Anderson, who died Saturday at 84, was known most recently for his big band's regular Friday night gig at Birdland, but in the 1950s, he burned his way into the psychic landscape of millions of boomer kids as Clarabell the Clown on the "Howdy Doody Show."
Dressed in a striped clown suit, big clown shoes, and a clown nose, and armed with a trademark bottle of seltzer to facilitate carbonic interplay, Anderson was a jolly, unpredictable presence on the Howdy Doody set, and a foil for the more rational, reassuring Buffalo Bob. Clarabell did not speak, and like another silent clown, Harpo Marx, he was fond of communicating via squeeze horns. It thus came as a shock when, on the show's final day in September of 1960, Clarabell turned to the camera, and said, "Goodbye, kids."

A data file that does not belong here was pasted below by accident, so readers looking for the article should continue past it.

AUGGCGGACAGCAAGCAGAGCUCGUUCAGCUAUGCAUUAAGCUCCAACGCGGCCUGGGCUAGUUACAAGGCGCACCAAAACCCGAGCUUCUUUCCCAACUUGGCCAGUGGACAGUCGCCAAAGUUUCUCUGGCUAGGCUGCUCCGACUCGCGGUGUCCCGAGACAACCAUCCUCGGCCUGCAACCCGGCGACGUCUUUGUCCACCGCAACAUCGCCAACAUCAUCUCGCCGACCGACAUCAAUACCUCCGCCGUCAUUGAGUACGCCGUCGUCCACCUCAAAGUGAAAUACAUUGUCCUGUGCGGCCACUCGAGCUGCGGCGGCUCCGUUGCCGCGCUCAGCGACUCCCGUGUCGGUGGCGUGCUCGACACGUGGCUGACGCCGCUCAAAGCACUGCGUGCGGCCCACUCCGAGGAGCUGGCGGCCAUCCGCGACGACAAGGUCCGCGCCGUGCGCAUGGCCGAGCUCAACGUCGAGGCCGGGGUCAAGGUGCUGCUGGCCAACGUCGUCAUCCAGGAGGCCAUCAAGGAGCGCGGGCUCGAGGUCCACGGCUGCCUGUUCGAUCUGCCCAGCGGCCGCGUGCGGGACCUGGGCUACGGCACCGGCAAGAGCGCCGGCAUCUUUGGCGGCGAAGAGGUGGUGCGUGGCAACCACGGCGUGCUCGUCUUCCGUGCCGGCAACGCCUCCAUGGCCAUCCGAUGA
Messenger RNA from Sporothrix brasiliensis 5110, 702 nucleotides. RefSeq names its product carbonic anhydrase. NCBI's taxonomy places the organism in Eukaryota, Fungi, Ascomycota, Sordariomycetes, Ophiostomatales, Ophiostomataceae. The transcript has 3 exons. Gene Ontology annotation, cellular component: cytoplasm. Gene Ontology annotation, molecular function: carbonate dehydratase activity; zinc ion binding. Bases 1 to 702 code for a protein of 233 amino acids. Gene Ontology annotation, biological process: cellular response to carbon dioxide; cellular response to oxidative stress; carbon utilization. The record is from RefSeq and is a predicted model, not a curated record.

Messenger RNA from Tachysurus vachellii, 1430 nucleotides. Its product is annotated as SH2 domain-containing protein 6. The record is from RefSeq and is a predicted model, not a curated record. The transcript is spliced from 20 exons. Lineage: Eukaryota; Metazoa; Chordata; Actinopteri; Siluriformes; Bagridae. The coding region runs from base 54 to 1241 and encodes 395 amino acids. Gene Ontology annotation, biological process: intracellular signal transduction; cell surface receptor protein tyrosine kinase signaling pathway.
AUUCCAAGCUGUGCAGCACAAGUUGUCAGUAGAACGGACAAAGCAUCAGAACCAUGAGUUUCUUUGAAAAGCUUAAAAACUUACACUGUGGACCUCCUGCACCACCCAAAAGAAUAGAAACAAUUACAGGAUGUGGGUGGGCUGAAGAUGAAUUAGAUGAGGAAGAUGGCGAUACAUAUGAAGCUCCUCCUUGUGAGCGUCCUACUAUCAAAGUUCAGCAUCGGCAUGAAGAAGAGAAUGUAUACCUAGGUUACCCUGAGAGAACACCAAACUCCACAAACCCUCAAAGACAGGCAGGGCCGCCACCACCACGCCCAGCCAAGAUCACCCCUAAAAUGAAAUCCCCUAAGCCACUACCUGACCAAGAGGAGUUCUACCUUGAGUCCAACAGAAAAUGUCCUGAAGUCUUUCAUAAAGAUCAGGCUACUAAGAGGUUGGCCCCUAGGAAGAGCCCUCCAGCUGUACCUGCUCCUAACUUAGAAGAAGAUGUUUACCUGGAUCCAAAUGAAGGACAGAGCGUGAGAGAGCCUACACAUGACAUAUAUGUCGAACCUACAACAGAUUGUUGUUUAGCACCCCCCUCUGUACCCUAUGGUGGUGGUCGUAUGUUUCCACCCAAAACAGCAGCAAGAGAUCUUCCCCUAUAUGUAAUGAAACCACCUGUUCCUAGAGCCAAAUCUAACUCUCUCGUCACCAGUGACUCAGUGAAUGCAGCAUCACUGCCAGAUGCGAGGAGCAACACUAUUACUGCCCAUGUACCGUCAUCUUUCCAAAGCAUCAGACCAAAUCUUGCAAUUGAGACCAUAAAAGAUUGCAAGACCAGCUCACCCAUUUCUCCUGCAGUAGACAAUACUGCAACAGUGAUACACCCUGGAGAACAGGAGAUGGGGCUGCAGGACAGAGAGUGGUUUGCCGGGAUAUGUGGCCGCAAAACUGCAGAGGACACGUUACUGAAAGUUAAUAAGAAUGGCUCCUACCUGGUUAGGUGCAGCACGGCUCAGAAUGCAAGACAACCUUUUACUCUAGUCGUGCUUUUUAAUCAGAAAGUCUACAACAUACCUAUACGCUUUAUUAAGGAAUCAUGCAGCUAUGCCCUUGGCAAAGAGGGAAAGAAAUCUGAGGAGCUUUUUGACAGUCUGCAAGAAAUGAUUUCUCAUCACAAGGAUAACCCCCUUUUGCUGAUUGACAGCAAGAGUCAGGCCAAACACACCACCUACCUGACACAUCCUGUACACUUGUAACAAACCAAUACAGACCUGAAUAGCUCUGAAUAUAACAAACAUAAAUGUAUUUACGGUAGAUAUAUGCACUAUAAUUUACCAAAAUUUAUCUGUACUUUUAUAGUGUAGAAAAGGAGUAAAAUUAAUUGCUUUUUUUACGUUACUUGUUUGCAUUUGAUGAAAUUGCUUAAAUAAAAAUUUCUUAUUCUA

"Howdy Doody" was an atypically silent interlude in an otherwise fairly mainstream pop music career. Anderson grew up in Kirkman, Iowa, and after attending Drake University on a music scholarship, joined the Lee Barron band, touring Midwestern venues by bus. He played reeds, mainly alto sax, and was beginning to learn to arrange music when he entered the Naval Air Corps in 1942. Anderson spent the bulk of the war on a Pacific submarine tender, and assembled his own big band in free moments.
After the war, Anderson joined the Carlos Molinas Latin Orchestra, where he created American-style dance arrangements. From the late 1940s, Anderson toured with a vocal group called the Honeydreamers, which developed a wide radio following. It was during an appearance on a variety show with the Honeydreamers that Anderson came to the attention of "Howdy Doody's" producers, in 1955.
Wednesday, May 17, 2006
CLARABELL FALLS SILENT FOR GOOD
To anyone over the age of 50, it's a blast from the past. The New York Sun reports on the death of Lew Anderson, aka Clarabell the Clown:
The peanut gallery mourns.